As much as I gripe about being pressed for time, I really shouldn’t be flipping through the wedding announcements in the Sunday New York Times. But there I was, scanning all the happy faces on the small chance I might see someone I know (never happened) or spot a humorous combination of names, like Moore-Bacon (happens rarely).
The October 17 Times’ wedding announcements, however, were noteworthy, at least if you’re a reporter who covers Muslims in the United States. Among the happy couples pictured: Samira Khan and Faraz Ali, a striking pair with South Asian roots who, according to the announcement, were married at a California ranch by imam Dr. Khalid Siddiqi. As it turns out, Khan graduated from the Harvard’s Kennedy School of Government in 2006, and went into the security and defense industry. Ali is marketing director for the Genzyme Corporation in Cambridge, Mass.
Why does this matter?
Because at a time of rising anti-Muslim rhetoric, when Islamophobes seek to demonize and marginalize Muslims in the U.S., it’s refreshing to see a Muslim couple among the other smiling couples of different faiths. I understand that a wedding announcement isn’t an example of groundbreaking reporting. But it is a small item that humanizes Muslims and portrays them as individuals, and if it gives pause to an Islamophobe who also obsesses about high society, all the better. This little wedding announcement is also a small sign of Muslim integration and success in America, and a finger in the eye to Muslim extremists who say Muslims are marginalized in America.
The item is also important because one of the criticisms journalists often here is that we dehumanize Muslims, preferring to show them as a faceless monolith rather than individuals with often complex views on faith. To be sure, there is lots of superficial journalism about Muslims that fans hysteria and feeds negative stereotypes. But this item shows that some media also depicts Islam and Muslims as ordinary people in everyday life situations.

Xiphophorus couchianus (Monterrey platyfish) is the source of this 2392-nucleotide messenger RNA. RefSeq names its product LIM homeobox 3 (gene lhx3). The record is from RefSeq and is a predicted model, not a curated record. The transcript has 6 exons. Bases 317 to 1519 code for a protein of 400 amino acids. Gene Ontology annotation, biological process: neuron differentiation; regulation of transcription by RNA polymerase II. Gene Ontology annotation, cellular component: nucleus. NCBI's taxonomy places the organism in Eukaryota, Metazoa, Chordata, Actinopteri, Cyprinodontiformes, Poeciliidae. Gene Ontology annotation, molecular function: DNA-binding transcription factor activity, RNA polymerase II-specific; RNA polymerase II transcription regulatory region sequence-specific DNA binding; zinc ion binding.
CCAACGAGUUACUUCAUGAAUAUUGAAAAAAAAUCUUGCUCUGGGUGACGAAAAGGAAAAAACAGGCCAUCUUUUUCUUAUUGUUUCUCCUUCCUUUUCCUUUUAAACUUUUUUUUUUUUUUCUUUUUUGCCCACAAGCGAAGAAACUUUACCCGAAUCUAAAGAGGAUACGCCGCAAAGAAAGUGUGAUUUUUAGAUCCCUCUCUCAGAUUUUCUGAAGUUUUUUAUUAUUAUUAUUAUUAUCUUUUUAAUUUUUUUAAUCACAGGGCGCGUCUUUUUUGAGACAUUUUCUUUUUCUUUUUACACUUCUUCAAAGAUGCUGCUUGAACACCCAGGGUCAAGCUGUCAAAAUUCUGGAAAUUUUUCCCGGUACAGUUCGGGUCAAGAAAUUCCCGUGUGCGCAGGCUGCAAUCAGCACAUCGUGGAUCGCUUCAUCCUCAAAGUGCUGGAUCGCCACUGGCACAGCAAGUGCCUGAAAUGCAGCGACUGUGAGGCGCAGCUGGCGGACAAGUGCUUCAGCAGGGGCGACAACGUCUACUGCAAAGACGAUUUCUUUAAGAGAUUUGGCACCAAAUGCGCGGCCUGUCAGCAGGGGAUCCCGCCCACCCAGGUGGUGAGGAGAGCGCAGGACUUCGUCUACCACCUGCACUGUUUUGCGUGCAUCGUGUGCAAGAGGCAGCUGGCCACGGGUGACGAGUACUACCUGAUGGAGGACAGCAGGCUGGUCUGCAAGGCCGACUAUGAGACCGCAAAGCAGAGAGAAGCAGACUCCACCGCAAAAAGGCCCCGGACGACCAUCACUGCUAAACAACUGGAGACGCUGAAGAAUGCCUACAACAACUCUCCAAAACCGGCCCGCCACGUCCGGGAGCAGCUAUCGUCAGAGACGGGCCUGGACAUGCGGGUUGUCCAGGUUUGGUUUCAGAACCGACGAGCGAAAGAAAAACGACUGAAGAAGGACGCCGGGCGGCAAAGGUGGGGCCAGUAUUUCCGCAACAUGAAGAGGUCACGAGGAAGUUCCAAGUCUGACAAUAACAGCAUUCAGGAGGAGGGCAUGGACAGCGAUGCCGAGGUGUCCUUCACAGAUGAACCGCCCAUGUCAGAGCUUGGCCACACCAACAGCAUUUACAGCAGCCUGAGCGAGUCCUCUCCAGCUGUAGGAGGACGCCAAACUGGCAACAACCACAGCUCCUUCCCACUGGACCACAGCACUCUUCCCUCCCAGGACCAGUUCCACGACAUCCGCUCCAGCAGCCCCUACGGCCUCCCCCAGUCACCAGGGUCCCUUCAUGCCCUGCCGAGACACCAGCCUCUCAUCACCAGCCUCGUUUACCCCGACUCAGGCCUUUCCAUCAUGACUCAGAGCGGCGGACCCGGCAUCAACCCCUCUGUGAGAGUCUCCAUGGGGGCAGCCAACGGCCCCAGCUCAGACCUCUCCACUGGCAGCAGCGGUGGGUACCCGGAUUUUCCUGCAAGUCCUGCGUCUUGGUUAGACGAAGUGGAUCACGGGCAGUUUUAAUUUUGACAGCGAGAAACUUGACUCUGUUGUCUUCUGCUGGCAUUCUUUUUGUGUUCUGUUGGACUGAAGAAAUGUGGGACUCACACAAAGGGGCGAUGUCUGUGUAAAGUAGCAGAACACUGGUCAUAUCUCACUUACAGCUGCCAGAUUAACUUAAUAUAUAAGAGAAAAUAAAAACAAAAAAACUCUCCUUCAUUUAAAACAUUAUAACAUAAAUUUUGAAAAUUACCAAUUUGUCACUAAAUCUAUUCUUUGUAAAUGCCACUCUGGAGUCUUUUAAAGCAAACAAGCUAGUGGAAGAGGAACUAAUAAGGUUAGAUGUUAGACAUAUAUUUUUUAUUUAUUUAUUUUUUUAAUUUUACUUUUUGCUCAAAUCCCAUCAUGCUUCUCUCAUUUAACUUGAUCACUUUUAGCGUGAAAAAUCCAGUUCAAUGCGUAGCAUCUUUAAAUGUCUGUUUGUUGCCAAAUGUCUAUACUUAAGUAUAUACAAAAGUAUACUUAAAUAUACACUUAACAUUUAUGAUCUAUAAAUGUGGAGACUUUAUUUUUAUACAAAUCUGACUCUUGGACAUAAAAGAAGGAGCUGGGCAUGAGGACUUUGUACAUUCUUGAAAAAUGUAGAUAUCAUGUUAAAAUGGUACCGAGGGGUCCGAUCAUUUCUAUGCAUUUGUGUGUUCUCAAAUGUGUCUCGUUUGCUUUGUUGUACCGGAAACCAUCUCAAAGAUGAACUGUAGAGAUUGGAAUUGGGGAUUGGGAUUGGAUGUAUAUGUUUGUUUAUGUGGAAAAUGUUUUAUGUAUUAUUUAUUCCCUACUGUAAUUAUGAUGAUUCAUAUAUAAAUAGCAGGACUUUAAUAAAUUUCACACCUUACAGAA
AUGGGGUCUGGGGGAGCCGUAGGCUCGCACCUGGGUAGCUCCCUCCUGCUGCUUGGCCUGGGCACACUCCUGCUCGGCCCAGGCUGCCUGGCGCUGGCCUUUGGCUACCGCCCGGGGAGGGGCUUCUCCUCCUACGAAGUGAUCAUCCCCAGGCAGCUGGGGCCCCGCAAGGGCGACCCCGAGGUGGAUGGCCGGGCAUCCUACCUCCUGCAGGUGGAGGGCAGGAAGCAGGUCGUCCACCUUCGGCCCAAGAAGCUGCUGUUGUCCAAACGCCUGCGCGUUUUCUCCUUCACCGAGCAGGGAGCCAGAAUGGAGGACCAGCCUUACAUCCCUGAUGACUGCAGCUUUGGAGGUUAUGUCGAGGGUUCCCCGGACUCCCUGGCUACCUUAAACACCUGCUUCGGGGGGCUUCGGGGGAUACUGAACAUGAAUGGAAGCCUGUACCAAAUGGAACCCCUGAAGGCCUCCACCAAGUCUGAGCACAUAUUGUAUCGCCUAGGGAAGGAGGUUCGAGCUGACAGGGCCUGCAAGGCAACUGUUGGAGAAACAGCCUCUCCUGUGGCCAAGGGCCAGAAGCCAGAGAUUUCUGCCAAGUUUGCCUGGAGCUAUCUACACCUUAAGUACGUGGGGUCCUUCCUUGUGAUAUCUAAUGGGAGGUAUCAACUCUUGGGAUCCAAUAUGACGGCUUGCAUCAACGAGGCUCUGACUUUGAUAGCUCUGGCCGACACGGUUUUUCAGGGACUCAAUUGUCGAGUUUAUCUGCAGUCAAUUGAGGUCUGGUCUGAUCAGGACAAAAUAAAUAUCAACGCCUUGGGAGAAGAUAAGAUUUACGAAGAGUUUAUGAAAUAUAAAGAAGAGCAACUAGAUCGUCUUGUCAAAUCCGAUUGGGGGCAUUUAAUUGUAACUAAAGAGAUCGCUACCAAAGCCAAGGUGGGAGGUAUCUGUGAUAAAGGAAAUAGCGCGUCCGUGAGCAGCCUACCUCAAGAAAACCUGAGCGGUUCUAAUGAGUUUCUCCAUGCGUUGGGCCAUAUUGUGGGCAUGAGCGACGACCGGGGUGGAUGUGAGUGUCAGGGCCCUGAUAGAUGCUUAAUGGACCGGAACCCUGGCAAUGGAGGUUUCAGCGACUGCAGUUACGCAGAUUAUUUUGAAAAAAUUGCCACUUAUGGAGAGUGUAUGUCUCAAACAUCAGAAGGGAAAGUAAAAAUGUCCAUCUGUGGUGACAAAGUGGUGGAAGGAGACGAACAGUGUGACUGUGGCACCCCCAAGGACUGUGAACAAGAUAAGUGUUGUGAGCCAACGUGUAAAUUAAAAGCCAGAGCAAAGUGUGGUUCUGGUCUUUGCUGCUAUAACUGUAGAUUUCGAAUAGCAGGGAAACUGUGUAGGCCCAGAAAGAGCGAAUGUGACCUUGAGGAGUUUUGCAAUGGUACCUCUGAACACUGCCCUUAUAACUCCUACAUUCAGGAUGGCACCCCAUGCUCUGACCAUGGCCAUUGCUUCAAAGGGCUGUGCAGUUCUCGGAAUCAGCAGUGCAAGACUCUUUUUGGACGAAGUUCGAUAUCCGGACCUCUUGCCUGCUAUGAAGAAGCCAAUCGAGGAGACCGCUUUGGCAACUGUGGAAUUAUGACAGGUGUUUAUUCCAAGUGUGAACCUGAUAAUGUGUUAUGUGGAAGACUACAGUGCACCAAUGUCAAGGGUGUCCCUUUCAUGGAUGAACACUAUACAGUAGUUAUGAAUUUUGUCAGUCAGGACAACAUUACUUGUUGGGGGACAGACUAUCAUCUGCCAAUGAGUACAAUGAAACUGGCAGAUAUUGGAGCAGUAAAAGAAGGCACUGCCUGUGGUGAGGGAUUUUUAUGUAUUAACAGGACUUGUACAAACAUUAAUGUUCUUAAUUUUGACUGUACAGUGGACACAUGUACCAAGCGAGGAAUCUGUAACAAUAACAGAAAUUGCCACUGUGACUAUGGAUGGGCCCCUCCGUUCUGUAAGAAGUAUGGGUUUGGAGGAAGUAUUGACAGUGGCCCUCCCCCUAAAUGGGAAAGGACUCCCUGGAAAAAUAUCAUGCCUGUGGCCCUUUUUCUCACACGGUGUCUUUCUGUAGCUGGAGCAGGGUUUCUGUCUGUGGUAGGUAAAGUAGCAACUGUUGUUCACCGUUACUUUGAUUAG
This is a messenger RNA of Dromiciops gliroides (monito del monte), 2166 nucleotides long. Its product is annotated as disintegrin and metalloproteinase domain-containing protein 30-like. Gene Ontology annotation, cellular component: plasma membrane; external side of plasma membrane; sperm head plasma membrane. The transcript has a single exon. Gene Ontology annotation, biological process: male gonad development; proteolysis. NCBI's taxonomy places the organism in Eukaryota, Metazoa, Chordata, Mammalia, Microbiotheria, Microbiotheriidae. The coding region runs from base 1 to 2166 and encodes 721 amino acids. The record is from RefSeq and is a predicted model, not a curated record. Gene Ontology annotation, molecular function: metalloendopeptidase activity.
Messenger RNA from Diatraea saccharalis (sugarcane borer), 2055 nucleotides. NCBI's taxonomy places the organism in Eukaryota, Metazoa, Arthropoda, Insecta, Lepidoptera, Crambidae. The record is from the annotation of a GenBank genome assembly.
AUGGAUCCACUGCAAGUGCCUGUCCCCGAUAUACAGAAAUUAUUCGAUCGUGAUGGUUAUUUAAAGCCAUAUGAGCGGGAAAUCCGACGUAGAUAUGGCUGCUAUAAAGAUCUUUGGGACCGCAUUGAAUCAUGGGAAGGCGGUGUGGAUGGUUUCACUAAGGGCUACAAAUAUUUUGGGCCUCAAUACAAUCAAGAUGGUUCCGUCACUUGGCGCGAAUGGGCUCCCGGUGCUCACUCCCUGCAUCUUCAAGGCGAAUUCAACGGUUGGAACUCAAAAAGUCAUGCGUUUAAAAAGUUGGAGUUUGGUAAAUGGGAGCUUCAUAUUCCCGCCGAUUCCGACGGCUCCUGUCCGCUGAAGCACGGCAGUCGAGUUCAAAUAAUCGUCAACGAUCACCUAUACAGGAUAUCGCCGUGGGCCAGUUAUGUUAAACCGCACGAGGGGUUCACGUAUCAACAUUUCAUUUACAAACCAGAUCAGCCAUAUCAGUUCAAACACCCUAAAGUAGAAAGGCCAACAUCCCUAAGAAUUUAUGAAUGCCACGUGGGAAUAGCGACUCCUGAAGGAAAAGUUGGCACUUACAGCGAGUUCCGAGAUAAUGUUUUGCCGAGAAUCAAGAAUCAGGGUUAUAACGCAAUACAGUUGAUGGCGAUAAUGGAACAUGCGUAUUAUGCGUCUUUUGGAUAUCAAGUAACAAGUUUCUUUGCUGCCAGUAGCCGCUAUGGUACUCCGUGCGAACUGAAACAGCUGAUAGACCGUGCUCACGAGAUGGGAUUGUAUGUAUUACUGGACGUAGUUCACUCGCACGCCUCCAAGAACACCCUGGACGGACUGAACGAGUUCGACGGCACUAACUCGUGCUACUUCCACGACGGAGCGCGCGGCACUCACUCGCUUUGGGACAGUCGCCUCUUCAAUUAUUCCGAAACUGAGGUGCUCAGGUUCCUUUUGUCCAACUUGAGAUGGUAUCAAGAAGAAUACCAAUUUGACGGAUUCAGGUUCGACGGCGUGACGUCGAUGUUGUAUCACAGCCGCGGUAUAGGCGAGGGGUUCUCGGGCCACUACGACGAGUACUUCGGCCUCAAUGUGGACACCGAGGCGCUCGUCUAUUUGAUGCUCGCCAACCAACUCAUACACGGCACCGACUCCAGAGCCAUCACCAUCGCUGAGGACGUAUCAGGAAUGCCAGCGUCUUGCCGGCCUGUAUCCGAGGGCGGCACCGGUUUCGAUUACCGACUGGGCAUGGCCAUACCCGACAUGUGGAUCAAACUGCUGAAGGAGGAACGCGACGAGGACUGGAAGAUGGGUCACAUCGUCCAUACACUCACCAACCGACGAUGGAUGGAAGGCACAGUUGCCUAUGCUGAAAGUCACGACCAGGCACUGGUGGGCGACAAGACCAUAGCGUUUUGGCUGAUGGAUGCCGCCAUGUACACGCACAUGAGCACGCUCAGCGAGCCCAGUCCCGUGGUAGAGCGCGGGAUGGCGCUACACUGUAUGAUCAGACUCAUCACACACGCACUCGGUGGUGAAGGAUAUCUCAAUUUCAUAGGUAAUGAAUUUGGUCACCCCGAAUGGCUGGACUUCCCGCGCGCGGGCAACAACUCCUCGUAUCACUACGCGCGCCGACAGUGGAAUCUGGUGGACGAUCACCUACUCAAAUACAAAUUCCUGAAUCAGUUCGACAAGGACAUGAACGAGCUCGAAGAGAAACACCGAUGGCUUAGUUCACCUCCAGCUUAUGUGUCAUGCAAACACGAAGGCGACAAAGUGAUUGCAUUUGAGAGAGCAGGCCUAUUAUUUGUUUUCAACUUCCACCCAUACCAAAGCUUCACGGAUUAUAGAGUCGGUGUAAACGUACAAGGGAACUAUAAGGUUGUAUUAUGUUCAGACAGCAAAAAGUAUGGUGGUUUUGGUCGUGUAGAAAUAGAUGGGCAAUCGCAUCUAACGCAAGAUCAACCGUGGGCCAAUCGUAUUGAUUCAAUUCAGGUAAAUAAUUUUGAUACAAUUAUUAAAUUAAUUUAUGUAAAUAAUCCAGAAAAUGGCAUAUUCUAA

Indeed, I’ve seen lots of stories and photos of people who are evidently Muslim, yet their belief wasn’t highlighted. Flipping through a copy of a parenting magazine a couple of years ago, I came across an advice article whose accompanying showed a smiling woman in a lime hijab playing with her happy son, wearing a toothy grin. The front page of the Oct. 5 New York Times “Science Times” section featured a fascinating story about computer researchers at Carnegie-Mellon University, including Derry Wijaya, the only female member of the team, smiling under a violet hijab. And in the same NYT that announced the Khan-Ali union, there was a small piece in the Travel section about Marrakesh. “Make your way to Ben Youssef Medersa, a 16th-century Koranic school adorned with dazzling mosaics, intricate cedar panels and religious verses carved in white plaster,” the article advised. Not a word about sword verses or terrorist training.
Now, I know wedding announcements and travel tips won’t drown-out the noise of the Islamophobic blogosphere, but they do something that many say the media doesn’t do enough: they humanize Muslims.
Just when I thought my Sunday night couldn’t get any better, I looked to the right of the Khan-Ali announcement, and saw another intriguing announcement, this time for the wedding of Umut Sarpel and Ozan Aksoy, an accomplished couple with roots in Turkey. Who officiated the wedding? A chaplain from the American Humanist Association.
My, what you can learn from the wedding announcements.
Omar Sacirbey is a correspondent for the Religion News Service